I don't think memories work as superlatives, but more as spectrums of association. Right now I'm remembering looking for pumpkins in a pumpkin patch up near Cazadero when I was a kid, and fighting with my sister about whether to get round or long and skinny, happy or vaguely villainous, but that's because of the way the air smells as I'm writing this -- all these memories of other Octobers are coming back. It's fascinating returning to the Bay Area as a grown up: All my memories are locked in my childhood. I think the act of unlocking memories can be intensely pleasurable, as if memories are held in constellations of season or light or place. You know, Proust thought this already, and said it much more eloquently, but it doesn't make it less true.
How many times do you fall in love each day?
I love this poem by Basho that says "Even in Kyoto/ hearing the cuckoo cry/ I long for Kyoto." There's this awareness there of being in the body but also outside oneself and longing to feel more. Wanting to want. An engagement with space and time. I think this is the kind of love I fall in often, especially when I give myself time to daydream. The world happens fast -- how can we feel it more as it happens? By the way, I do think that's one thing we all need more of. Time to daydream and let the mind move as it will. To admire its shapes.
What would you like to see happen in your lifetime?
I'd love for our country to undertake a concerted conversation about truth and reconciliation about the violence that is at the root of this country, particularly the racial violence of slavery, and the continuing violence of racism. I think we could do remarkable work if somehow we engaged in a national process of reckoning. I wonder if we'll ever be able to. I pray we will.
Is art necessary? Why?
Poetry doesn't just represent the self thinking or seeing the world, it actually creates the space by which we find our thoughts and selves. Poetry is a vector that makes selfhood possible. We live in an era of a great deal of data ("the quantified life") but, I think, not enough stories ("the qualified life"). Muriel Ruykeyser, the wonderful modernist poet, once said "the universe is made of stories, not of atoms." It's still true. Our storytellers are the ones that build the universe for us. I'd say that's fairly necessary work.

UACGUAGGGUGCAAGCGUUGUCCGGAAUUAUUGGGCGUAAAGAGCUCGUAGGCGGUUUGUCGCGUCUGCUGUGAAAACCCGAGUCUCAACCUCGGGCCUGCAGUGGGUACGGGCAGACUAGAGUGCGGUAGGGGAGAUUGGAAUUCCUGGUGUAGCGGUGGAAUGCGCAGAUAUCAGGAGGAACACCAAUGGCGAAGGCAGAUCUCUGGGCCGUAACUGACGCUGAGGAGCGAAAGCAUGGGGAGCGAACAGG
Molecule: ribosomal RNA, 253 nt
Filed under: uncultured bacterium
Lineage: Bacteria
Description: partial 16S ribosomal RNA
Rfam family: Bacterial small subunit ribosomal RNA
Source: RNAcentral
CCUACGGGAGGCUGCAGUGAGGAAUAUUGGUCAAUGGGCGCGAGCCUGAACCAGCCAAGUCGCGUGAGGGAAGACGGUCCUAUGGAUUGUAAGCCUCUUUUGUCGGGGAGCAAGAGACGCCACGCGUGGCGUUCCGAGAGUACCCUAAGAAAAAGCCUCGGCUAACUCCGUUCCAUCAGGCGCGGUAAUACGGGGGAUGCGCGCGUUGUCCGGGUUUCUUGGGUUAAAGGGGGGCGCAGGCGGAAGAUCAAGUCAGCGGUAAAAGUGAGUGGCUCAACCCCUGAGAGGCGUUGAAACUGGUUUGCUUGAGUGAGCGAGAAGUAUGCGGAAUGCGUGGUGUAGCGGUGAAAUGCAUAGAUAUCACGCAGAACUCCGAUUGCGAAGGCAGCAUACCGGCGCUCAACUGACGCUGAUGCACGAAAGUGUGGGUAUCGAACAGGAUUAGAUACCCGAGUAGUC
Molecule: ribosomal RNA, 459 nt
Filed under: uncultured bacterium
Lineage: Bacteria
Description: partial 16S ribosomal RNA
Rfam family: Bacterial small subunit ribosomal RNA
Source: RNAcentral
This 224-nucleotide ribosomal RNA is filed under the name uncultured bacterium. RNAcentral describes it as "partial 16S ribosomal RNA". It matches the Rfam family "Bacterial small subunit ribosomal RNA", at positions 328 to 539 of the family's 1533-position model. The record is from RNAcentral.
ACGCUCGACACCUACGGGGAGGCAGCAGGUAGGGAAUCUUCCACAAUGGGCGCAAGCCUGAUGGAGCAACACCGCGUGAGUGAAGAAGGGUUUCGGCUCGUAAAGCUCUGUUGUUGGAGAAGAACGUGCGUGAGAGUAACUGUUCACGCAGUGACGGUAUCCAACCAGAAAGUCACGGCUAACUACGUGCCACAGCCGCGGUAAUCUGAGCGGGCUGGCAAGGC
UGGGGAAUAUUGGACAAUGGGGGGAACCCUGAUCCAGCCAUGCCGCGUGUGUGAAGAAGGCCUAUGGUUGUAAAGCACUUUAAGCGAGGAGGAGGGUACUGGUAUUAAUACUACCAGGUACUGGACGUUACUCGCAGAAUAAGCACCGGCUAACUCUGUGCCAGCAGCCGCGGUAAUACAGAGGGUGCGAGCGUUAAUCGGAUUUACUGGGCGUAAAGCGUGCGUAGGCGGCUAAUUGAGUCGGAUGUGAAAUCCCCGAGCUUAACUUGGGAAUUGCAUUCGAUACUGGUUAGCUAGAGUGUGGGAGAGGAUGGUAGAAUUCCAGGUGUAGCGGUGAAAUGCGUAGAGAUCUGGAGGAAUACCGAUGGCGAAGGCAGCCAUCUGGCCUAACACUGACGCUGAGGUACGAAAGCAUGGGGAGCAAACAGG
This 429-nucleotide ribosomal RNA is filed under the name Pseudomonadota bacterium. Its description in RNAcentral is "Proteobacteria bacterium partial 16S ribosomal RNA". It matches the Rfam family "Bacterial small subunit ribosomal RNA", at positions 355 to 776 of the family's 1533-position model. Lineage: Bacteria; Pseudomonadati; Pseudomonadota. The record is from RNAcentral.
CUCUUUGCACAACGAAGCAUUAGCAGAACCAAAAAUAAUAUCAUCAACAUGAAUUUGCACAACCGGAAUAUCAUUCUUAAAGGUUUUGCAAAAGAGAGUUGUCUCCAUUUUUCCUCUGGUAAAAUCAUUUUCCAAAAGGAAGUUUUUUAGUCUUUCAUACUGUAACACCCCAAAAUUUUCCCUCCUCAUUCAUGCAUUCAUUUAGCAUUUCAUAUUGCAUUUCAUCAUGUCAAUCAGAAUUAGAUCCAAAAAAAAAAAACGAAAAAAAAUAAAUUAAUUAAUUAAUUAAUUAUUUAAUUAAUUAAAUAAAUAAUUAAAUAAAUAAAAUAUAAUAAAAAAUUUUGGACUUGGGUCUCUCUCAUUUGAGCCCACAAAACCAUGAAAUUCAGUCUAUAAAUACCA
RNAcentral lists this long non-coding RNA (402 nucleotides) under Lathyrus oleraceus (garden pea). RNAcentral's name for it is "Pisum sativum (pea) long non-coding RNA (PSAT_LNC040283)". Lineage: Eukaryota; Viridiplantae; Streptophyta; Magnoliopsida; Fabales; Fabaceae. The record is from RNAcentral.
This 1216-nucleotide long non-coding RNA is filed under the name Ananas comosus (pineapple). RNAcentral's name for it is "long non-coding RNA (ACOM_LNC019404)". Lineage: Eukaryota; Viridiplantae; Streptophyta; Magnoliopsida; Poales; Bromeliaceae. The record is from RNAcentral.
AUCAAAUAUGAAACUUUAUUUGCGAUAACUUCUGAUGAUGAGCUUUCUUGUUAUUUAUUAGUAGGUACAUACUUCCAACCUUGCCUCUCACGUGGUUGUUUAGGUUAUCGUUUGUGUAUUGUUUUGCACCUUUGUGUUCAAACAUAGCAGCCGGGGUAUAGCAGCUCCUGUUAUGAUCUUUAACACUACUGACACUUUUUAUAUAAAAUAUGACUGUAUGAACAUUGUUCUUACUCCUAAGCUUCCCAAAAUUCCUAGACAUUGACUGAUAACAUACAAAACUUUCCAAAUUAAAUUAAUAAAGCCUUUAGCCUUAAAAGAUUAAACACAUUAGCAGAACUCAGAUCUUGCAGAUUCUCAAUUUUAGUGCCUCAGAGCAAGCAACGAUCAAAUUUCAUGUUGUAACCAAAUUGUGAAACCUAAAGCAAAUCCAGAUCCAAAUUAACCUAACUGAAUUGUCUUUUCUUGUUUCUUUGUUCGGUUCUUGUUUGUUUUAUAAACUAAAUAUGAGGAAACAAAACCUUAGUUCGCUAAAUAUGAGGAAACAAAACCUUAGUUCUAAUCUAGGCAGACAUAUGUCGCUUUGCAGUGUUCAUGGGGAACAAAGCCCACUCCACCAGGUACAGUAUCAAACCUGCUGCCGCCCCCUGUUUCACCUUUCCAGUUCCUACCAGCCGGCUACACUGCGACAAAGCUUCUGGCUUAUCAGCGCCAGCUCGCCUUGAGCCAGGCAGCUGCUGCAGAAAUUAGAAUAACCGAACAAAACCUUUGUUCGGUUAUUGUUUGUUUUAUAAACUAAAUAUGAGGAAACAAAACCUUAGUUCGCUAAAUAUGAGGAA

What are you working on right now?
Poems about obscure corners of California and about watching my son learn to speak.
If there were one thing about the Bay Area that you would change, what would it be?
Oh, don't get me started. I'm an urban planning nerd. We need better coherent transit around the bay. We need better waterfront access in the East Bay. I'd drive some investment towards El Cerrito and Richmond -- Richmond especially. I'm always daydreaming about green infrastructure. What about freeway caps? What if the freeways were tunnels and over them were green parks and you could get up in the morning and amble over to the bay trail? Why do we have all these beautiful places that we access only by car? We need to build more for the human body and less for the car, in the outer towns, too. I'm so tired of cynical big box development. We all have watched the outer fields get subsumed with sprawl since the '80s -- stuff that's not good for anyone except some corporation based in the ether. I want us to keep spurring local, body-friendly development. And I'd love for there to be more places to drink wine directly by the bay.
A night on the town: What does that mean to you?
Last night I hosted this event called Flight of Poets at the Hotel Rex with the fabulous poet Hollie Hardy and the sommelier Christopher Sawyer. We invited six really great poets to submit work, and we paired it with wine. Amazing wine. Then the poets are described in terms of the wine. Everyone drinks, the poets feel awesome, the wine is fabulous and afterwards we go out to dinner. This was a blast.
For events in San Francisco this week and beyond, check out our calendar section. Follow us on Twitter at @ExhibitionistSF and like us on Facebook. This interview conducted by Sarah Ciston. Follow Litseen at @Litseen.